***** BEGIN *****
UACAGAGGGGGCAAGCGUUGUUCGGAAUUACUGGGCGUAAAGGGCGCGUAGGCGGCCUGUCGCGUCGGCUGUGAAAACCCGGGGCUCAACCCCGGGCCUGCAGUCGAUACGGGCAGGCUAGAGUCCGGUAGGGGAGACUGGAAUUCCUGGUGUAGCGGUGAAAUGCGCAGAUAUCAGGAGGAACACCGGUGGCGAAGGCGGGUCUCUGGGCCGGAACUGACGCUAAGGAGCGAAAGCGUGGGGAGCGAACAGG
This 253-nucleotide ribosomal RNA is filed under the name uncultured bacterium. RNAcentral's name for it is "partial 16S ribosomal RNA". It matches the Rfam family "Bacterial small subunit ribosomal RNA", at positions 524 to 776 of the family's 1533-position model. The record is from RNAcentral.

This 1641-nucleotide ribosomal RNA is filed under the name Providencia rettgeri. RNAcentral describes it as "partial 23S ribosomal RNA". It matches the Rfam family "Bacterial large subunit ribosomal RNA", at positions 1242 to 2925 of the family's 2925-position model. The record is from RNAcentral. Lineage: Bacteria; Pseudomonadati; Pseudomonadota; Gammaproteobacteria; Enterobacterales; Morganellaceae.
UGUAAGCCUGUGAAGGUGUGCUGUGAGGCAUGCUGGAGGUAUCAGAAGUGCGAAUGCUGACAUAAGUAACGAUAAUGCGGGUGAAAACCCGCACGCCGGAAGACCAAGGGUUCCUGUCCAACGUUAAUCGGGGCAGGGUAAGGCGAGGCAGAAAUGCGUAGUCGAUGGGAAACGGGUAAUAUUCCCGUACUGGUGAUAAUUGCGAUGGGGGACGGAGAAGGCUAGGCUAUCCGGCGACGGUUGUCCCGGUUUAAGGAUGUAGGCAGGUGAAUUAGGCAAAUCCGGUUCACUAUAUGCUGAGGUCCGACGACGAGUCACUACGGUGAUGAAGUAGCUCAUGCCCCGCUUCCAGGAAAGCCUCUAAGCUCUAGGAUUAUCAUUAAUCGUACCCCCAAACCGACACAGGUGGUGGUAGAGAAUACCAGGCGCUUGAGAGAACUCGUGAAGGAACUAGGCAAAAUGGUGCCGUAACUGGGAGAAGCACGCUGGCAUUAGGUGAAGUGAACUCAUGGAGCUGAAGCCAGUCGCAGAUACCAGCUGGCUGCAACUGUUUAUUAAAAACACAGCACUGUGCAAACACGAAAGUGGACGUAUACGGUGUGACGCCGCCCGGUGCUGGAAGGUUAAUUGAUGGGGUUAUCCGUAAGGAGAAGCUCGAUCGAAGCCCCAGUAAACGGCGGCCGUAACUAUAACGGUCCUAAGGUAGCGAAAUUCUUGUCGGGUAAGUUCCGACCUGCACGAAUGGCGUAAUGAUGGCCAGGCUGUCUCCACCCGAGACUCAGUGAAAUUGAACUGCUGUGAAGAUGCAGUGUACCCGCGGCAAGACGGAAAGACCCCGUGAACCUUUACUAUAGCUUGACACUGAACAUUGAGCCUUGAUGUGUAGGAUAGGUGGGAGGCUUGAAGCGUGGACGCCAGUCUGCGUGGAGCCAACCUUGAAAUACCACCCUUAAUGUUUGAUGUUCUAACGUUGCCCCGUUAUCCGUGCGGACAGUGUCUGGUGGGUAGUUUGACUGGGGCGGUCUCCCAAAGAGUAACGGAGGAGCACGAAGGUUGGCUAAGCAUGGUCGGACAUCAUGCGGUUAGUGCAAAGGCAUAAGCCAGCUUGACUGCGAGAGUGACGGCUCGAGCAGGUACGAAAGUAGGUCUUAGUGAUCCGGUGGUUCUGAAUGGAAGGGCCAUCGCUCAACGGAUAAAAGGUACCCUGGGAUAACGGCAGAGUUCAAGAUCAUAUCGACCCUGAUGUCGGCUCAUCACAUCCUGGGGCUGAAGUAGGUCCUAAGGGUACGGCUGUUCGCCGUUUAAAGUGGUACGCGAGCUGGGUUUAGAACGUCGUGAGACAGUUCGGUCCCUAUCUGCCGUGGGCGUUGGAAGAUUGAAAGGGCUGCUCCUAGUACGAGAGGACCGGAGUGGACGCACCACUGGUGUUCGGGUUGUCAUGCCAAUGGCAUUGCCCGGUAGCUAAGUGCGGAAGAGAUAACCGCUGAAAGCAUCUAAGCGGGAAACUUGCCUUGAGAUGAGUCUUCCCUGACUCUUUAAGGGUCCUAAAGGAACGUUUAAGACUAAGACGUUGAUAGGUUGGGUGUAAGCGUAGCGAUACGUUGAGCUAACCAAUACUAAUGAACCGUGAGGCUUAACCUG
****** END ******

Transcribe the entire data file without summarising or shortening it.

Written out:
UACAGAGGGGGCAAGCGUUGUUCGGAAUUACUGGGCGUAAAGGGCGCGUAGGCGGCCUGUCGCGUCGGCUGUGAAAACCCGGGGCUCAACCCCGGGCCUGCAGUCGAUACGGGCAGGCUAGAGUCCGGUAGGGGAGACUGGAAUUCCUGGUGUAGCGGUGAAAUGCGCAGAUAUCAGGAGGAACACCGGUGGCGAAGGCGGGUCUCUGGGCCGGAACUGACGCUAAGGAGCGAAAGCGUGGGGAGCGAACAGG
This 253-nucleotide ribosomal RNA is filed under the name uncultured bacterium. RNAcentral's name for it is "partial 16S ribosomal RNA". It matches the Rfam family "Bacterial small subunit ribosomal RNA", at positions 524 to 776 of the family's 1533-position model. The record is from RNAcentral.

This 1641-nucleotide ribosomal RNA is filed under the name Providencia rettgeri. RNAcentral describes it as "partial 23S ribosomal RNA". It matches the Rfam family "Bacterial large subunit ribosomal RNA", at positions 1242 to 2925 of the family's 2925-position model. The record is from RNAcentral. Lineage: Bacteria; Pseudomonadati; Pseudomonadota; Gammaproteobacteria; Enterobacterales; Morganellaceae.
UGUAAGCCUGUGAAGGUGUGCUGUGAGGCAUGCUGGAGGUAUCAGAAGUGCGAAUGCUGACAUAAGUAACGAUAAUGCGGGUGAAAACCCGCACGCCGGAAGACCAAGGGUUCCUGUCCAACGUUAAUCGGGGCAGGGUAAGGCGAGGCAGAAAUGCGUAGUCGAUGGGAAACGGGUAAUAUUCCCGUACUGGUGAUAAUUGCGAUGGGGGACGGAGAAGGCUAGGCUAUCCGGCGACGGUUGUCCCGGUUUAAGGAUGUAGGCAGGUGAAUUAGGCAAAUCCGGUUCACUAUAUGCUGAGGUCCGACGACGAGUCACUACGGUGAUGAAGUAGCUCAUGCCCCGCUUCCAGGAAAGCCUCUAAGCUCUAGGAUUAUCAUUAAUCGUACCCCCAAACCGACACAGGUGGUGGUAGAGAAUACCAGGCGCUUGAGAGAACUCGUGAAGGAACUAGGCAAAAUGGUGCCGUAACUGGGAGAAGCACGCUGGCAUUAGGUGAAGUGAACUCAUGGAGCUGAAGCCAGUCGCAGAUACCAGCUGGCUGCAACUGUUUAUUAAAAACACAGCACUGUGCAAACACGAAAGUGGACGUAUACGGUGUGACGCCGCCCGGUGCUGGAAGGUUAAUUGAUGGGGUUAUCCGUAAGGAGAAGCUCGAUCGAAGCCCCAGUAAACGGCGGCCGUAACUAUAACGGUCCUAAGGUAGCGAAAUUCUUGUCGGGUAAGUUCCGACCUGCACGAAUGGCGUAAUGAUGGCCAGGCUGUCUCCACCCGAGACUCAGUGAAAUUGAACUGCUGUGAAGAUGCAGUGUACCCGCGGCAAGACGGAAAGACCCCGUGAACCUUUACUAUAGCUUGACACUGAACAUUGAGCCUUGAUGUGUAGGAUAGGUGGGAGGCUUGAAGCGUGGACGCCAGUCUGCGUGGAGCCAACCUUGAAAUACCACCCUUAAUGUUUGAUGUUCUAACGUUGCCCCGUUAUCCGUGCGGACAGUGUCUGGUGGGUAGUUUGACUGGGGCGGUCUCCCAAAGAGUAACGGAGGAGCACGAAGGUUGGCUAAGCAUGGUCGGACAUCAUGCGGUUAGUGCAAAGGCAUAAGCCAGCUUGACUGCGAGAGUGACGGCUCGAGCAGGUACGAAAGUAGGUCUUAGUGAUCCGGUGGUUCUGAAUGGAAGGGCCAUCGCUCAACGGAUAAAAGGUACCCUGGGAUAACGGCAGAGUUCAAGAUCAUAUCGACCCUGAUGUCGGCUCAUCACAUCCUGGGGCUGAAGUAGGUCCUAAGGGUACGGCUGUUCGCCGUUUAAAGUGGUACGCGAGCUGGGUUUAGAACGUCGUGAGACAGUUCGGUCCCUAUCUGCCGUGGGCGUUGGAAGAUUGAAAGGGCUGCUCCUAGUACGAGAGGACCGGAGUGGACGCACCACUGGUGUUCGGGUUGUCAUGCCAAUGGCAUUGCCCGGUAGCUAAGUGCGGAAGAGAUAACCGCUGAAAGCAUCUAAGCGGGAAACUUGCCUUGAGAUGAGUCUUCCCUGACUCUUUAAGGGUCCUAAAGGAACGUUUAAGACUAAGACGUUGAUAGGUUGGGUGUAAGCGUAGCGAUACGUUGAGCUAACCAAUACUAAUGAACCGUGAGGCUUAACCUG